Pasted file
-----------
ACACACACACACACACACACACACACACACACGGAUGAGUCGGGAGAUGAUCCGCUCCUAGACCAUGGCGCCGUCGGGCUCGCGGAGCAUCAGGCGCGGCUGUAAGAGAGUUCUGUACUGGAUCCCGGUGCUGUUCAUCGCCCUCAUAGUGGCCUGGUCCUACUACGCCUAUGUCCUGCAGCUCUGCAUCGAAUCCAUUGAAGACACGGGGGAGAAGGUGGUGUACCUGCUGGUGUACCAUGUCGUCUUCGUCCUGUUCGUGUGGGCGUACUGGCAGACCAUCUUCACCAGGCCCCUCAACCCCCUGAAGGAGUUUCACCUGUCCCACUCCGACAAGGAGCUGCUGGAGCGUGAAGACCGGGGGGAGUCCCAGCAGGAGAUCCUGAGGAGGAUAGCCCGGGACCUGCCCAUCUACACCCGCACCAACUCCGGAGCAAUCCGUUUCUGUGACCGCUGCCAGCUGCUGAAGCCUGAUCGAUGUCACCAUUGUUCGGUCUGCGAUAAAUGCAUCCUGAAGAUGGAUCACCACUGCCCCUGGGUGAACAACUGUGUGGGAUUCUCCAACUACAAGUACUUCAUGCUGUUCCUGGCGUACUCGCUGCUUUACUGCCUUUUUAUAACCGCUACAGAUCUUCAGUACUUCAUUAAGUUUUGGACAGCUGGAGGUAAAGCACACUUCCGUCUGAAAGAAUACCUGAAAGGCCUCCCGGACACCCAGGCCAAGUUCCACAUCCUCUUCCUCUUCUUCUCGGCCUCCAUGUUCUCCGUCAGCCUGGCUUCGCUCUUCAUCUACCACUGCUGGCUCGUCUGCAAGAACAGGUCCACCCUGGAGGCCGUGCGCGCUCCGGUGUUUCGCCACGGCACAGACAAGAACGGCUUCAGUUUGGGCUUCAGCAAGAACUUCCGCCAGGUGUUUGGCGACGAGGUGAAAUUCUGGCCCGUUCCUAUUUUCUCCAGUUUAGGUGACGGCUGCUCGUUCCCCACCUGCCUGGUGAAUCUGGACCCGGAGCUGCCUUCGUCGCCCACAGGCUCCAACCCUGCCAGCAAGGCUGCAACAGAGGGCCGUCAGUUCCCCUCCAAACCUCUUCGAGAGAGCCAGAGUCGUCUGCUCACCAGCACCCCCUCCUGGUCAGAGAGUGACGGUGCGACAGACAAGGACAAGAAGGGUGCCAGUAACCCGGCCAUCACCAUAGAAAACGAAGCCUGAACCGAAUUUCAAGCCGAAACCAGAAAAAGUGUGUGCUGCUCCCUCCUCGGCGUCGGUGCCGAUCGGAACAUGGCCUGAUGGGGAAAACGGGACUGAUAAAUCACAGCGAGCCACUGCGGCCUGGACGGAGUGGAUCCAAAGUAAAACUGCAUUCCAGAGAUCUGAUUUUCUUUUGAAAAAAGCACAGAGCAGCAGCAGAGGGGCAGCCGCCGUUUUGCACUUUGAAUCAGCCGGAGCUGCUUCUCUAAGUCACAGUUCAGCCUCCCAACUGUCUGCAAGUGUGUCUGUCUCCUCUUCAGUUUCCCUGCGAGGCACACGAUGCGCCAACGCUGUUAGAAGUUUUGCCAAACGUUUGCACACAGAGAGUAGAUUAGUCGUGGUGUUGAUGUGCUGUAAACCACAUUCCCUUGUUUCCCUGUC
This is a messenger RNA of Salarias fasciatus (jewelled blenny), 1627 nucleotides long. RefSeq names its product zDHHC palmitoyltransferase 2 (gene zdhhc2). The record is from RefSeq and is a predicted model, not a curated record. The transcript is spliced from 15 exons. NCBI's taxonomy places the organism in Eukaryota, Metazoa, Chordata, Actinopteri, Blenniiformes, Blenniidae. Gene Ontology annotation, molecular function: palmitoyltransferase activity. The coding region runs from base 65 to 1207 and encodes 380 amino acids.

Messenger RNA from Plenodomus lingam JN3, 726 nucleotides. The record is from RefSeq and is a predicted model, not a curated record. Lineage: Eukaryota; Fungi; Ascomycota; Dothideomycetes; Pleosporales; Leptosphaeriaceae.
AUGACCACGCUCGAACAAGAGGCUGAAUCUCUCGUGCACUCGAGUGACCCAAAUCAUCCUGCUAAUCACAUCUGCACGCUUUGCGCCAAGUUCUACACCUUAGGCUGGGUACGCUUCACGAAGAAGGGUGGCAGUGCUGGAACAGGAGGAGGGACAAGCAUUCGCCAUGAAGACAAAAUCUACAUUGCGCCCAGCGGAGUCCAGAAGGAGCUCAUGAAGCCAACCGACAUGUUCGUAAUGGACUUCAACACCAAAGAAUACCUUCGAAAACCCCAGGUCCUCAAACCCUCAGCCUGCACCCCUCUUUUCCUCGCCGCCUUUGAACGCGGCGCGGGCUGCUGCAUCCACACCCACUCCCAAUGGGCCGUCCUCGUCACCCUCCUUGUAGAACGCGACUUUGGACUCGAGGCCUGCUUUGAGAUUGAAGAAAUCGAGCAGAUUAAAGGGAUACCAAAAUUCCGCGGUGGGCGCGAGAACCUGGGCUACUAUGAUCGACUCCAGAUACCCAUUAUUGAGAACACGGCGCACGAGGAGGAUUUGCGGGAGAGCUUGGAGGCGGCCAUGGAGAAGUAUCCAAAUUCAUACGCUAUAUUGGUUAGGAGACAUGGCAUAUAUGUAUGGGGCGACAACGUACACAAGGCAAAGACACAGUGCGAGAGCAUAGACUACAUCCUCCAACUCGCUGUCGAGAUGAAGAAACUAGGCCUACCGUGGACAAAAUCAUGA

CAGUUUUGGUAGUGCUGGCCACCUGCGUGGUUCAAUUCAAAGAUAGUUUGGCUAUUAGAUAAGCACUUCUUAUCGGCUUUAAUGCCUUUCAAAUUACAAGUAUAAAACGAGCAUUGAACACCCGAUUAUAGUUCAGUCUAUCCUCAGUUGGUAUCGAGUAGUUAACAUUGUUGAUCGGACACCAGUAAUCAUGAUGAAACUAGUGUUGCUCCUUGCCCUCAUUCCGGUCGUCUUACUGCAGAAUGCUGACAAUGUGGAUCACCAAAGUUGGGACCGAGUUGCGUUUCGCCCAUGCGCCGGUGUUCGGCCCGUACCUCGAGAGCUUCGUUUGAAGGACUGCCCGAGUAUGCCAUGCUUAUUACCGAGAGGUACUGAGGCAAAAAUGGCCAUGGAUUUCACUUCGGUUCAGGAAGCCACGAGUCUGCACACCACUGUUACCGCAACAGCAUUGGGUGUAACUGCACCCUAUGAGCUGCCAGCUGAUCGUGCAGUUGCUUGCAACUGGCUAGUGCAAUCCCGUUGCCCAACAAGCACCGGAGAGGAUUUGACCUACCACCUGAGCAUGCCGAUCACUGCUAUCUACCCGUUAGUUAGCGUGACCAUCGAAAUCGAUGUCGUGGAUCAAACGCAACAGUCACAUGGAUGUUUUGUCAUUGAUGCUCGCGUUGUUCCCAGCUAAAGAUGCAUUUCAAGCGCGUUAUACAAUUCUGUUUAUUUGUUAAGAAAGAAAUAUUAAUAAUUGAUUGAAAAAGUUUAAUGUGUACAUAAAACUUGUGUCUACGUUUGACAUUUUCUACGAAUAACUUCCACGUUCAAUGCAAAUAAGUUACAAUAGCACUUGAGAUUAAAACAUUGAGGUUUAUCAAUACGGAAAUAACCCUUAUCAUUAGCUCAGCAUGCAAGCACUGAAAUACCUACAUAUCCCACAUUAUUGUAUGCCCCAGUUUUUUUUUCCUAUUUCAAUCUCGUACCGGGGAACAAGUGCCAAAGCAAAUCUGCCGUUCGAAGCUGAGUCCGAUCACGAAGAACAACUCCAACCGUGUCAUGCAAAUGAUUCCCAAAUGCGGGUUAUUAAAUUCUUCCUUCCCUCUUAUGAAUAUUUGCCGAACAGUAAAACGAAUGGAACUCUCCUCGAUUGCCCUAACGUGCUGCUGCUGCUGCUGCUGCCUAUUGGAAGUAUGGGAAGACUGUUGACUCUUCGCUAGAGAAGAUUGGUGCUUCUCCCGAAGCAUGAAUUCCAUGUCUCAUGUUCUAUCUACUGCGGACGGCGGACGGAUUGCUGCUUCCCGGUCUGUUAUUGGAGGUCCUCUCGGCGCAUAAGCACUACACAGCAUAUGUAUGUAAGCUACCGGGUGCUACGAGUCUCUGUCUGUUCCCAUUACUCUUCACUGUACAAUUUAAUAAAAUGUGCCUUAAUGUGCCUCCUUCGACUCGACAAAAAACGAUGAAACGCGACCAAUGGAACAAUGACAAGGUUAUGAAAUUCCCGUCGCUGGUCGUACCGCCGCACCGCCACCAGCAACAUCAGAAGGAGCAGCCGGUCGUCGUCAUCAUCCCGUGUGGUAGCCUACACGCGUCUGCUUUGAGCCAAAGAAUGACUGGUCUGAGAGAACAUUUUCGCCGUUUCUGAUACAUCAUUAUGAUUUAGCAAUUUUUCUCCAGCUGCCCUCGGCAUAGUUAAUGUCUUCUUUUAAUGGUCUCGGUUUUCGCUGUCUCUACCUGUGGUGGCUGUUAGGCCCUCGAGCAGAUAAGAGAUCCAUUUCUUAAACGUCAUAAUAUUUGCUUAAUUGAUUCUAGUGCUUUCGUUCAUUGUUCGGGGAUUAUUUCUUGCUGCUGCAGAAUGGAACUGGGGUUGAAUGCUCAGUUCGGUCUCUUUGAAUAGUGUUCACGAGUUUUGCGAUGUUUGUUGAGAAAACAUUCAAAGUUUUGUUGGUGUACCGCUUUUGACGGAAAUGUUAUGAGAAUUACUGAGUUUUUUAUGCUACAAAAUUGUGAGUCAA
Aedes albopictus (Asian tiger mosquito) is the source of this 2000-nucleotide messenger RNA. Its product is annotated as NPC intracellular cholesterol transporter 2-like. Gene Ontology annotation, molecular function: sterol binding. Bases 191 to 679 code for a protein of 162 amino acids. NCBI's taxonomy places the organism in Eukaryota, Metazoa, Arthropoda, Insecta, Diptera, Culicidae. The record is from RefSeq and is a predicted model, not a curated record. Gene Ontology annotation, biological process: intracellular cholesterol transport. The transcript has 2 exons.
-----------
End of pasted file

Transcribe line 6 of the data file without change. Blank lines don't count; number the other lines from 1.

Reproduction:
Aedes albopictus (Asian tiger mosquito) is the source of this 2000-nucleotide messenger RNA. Its product is annotated as NPC intracellular cholesterol transporter 2-like. Gene Ontology annotation, molecular function: sterol binding. Bases 191 to 679 code for a protein of 162 amino acids. NCBI's taxonomy places the organism in Eukaryota, Metazoa, Arthropoda, Insecta, Diptera, Culicidae. The record is from RefSeq and is a predicted model, not a curated record. Gene Ontology annotation, biological process: intracellular cholesterol transport. The transcript has 2 exons.